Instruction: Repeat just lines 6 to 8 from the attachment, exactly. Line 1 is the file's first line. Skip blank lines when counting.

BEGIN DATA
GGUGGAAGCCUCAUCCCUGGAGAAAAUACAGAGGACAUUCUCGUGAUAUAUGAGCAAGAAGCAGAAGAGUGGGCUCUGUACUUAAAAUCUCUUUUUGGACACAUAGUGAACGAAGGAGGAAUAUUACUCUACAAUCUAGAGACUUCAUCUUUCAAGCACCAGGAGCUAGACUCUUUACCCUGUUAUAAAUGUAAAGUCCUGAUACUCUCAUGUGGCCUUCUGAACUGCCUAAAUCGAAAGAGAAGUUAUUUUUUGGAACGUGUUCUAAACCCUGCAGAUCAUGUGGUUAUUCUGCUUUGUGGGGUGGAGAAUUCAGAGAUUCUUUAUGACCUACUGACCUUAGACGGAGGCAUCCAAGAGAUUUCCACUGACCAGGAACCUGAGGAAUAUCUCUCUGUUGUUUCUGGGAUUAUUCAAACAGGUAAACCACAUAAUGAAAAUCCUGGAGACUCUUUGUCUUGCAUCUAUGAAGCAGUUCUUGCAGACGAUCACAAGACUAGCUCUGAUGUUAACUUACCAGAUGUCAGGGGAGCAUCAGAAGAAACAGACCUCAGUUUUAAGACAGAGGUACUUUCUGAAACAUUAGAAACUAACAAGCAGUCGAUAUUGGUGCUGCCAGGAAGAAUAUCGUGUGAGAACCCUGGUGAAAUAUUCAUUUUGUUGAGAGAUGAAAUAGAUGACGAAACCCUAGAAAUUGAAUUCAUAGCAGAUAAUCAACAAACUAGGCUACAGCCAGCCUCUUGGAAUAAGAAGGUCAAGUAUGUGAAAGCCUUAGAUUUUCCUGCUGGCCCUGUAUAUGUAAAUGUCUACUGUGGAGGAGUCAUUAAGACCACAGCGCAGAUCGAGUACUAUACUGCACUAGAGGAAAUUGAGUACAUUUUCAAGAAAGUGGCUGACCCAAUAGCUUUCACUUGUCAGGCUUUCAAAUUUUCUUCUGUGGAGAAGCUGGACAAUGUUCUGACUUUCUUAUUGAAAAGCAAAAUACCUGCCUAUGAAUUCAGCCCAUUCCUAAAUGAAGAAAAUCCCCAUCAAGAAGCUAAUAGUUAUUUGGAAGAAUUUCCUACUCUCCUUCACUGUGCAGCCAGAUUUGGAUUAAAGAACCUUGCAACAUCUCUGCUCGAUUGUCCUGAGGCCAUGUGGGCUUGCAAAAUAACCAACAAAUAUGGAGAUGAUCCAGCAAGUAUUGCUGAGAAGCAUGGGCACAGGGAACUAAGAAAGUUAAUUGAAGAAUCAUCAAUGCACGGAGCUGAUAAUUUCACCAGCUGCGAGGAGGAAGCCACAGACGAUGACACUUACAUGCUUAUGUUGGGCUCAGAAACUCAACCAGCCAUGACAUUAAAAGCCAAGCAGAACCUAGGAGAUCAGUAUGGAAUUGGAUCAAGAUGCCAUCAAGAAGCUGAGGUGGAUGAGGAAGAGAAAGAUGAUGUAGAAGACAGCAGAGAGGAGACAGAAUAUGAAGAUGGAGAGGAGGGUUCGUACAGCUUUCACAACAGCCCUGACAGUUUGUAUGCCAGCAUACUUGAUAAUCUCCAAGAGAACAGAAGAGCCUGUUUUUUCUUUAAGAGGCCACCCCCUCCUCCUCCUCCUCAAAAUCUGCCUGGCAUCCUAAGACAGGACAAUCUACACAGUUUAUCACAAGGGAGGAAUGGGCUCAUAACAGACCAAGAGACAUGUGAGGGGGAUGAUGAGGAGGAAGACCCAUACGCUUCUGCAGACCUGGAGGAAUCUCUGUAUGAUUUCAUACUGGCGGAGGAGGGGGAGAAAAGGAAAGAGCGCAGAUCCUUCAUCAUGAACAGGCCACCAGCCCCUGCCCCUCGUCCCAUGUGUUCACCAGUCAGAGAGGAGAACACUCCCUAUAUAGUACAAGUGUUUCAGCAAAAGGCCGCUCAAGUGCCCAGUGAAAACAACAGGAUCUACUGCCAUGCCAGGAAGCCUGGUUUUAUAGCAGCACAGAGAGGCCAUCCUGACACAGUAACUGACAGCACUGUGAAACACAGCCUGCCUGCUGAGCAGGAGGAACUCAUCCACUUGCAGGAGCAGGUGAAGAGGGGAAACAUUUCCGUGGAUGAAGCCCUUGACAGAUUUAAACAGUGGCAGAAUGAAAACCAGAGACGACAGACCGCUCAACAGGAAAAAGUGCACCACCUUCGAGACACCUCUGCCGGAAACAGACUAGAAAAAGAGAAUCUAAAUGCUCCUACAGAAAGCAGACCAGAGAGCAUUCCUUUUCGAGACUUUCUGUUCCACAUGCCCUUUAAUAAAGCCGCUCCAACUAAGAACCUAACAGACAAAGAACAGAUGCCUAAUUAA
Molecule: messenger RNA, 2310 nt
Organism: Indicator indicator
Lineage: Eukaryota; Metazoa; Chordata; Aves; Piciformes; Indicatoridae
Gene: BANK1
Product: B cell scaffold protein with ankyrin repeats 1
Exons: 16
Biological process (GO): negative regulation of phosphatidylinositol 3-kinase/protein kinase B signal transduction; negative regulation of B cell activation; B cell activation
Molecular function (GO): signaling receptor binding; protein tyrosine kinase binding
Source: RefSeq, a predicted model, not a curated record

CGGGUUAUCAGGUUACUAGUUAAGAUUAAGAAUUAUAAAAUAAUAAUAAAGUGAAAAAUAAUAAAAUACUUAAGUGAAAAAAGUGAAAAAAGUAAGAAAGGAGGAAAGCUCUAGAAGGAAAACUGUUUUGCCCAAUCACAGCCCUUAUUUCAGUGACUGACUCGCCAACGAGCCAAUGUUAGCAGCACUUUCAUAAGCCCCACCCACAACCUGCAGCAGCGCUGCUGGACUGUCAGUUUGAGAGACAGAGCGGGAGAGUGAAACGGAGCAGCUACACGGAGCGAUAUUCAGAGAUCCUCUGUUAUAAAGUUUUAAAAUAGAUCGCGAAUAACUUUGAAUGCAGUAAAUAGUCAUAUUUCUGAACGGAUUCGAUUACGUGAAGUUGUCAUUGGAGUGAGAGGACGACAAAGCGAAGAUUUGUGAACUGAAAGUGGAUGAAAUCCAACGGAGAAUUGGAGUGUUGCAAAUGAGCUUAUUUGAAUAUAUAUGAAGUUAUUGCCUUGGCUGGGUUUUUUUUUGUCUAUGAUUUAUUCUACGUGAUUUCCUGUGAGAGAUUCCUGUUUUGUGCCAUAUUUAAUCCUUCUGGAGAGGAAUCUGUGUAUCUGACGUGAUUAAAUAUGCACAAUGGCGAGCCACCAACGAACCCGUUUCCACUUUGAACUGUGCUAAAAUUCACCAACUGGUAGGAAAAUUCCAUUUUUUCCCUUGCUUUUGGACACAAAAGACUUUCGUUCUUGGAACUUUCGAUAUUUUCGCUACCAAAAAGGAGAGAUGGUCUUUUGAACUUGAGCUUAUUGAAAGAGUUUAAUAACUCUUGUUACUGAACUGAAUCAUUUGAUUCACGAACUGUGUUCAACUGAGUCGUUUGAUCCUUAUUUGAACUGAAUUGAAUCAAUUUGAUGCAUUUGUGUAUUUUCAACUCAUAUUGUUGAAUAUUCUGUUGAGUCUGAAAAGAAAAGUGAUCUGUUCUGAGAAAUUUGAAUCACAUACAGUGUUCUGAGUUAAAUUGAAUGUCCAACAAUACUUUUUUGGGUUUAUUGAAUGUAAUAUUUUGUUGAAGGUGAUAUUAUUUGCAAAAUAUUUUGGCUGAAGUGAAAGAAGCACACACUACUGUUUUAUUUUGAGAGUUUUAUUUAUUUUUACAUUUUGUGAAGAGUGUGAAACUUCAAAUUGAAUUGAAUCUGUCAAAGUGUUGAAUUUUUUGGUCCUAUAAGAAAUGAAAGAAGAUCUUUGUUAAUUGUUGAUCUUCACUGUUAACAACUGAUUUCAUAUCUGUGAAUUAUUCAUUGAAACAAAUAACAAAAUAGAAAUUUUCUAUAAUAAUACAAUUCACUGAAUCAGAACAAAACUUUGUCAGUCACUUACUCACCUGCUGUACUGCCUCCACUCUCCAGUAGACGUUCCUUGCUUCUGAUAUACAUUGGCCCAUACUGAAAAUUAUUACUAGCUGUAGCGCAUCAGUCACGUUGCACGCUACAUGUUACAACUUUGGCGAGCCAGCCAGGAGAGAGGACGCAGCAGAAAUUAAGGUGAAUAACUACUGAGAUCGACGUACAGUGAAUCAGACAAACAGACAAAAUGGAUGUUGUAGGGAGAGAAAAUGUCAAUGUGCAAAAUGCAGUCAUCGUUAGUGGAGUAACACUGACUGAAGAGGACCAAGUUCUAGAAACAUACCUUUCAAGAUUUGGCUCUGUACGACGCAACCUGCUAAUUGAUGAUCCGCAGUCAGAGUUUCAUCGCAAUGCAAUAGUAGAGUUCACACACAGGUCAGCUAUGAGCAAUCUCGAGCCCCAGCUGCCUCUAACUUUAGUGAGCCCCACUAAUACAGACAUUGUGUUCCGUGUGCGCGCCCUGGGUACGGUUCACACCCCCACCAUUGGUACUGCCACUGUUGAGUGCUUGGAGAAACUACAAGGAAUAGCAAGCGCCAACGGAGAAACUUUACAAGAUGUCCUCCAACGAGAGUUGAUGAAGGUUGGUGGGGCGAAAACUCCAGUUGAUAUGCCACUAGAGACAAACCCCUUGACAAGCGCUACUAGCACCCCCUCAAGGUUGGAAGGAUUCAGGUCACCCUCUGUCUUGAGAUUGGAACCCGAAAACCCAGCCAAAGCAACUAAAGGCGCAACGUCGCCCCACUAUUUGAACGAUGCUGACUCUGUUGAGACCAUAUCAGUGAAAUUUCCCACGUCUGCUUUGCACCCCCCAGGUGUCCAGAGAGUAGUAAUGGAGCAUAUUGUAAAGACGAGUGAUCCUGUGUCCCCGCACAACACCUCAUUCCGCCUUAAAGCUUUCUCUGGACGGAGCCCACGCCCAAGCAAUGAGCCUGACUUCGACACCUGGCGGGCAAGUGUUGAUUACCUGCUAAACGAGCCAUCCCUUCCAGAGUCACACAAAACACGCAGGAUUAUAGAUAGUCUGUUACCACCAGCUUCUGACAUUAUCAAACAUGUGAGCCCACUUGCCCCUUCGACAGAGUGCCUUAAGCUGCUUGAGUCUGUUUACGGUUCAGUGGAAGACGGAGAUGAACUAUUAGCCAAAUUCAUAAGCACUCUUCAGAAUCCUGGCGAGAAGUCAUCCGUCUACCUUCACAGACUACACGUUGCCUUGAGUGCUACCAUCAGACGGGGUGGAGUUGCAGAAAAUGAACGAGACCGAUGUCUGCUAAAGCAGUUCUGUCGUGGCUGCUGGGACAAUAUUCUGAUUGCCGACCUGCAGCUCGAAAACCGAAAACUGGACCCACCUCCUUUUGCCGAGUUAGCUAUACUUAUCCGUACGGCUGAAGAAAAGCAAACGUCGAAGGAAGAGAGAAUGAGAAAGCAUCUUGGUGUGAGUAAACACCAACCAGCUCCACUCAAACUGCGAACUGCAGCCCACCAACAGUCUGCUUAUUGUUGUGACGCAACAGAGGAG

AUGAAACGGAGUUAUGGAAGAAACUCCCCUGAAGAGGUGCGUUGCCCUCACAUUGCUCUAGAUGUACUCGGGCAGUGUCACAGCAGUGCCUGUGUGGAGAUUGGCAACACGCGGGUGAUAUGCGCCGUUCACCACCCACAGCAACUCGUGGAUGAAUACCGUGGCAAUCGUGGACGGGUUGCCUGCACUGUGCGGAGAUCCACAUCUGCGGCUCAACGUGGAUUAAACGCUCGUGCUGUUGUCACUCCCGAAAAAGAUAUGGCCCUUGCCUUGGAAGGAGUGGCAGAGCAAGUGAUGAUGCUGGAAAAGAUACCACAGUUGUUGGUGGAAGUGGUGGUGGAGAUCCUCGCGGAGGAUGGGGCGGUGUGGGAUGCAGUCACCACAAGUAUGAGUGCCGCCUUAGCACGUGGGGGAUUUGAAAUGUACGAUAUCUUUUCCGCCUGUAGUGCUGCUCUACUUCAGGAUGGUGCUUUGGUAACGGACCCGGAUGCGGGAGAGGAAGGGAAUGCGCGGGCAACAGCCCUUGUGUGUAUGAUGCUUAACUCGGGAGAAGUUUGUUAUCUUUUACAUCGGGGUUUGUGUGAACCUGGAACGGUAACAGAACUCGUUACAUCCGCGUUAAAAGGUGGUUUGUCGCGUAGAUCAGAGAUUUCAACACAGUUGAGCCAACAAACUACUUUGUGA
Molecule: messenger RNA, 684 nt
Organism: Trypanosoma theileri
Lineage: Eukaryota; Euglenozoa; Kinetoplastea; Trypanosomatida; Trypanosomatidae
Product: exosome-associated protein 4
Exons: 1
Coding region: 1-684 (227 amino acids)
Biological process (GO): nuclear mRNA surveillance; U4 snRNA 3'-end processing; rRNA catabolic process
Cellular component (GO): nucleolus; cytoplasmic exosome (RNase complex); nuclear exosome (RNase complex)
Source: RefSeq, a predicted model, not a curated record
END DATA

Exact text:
Product: B cell scaffold protein with ankyrin repeats 1
Exons: 16
Biological process (GO): negative regulation of phosphatidylinositol 3-kinase/protein kinase B signal transduction; negative regulation of B cell activation; B cell activation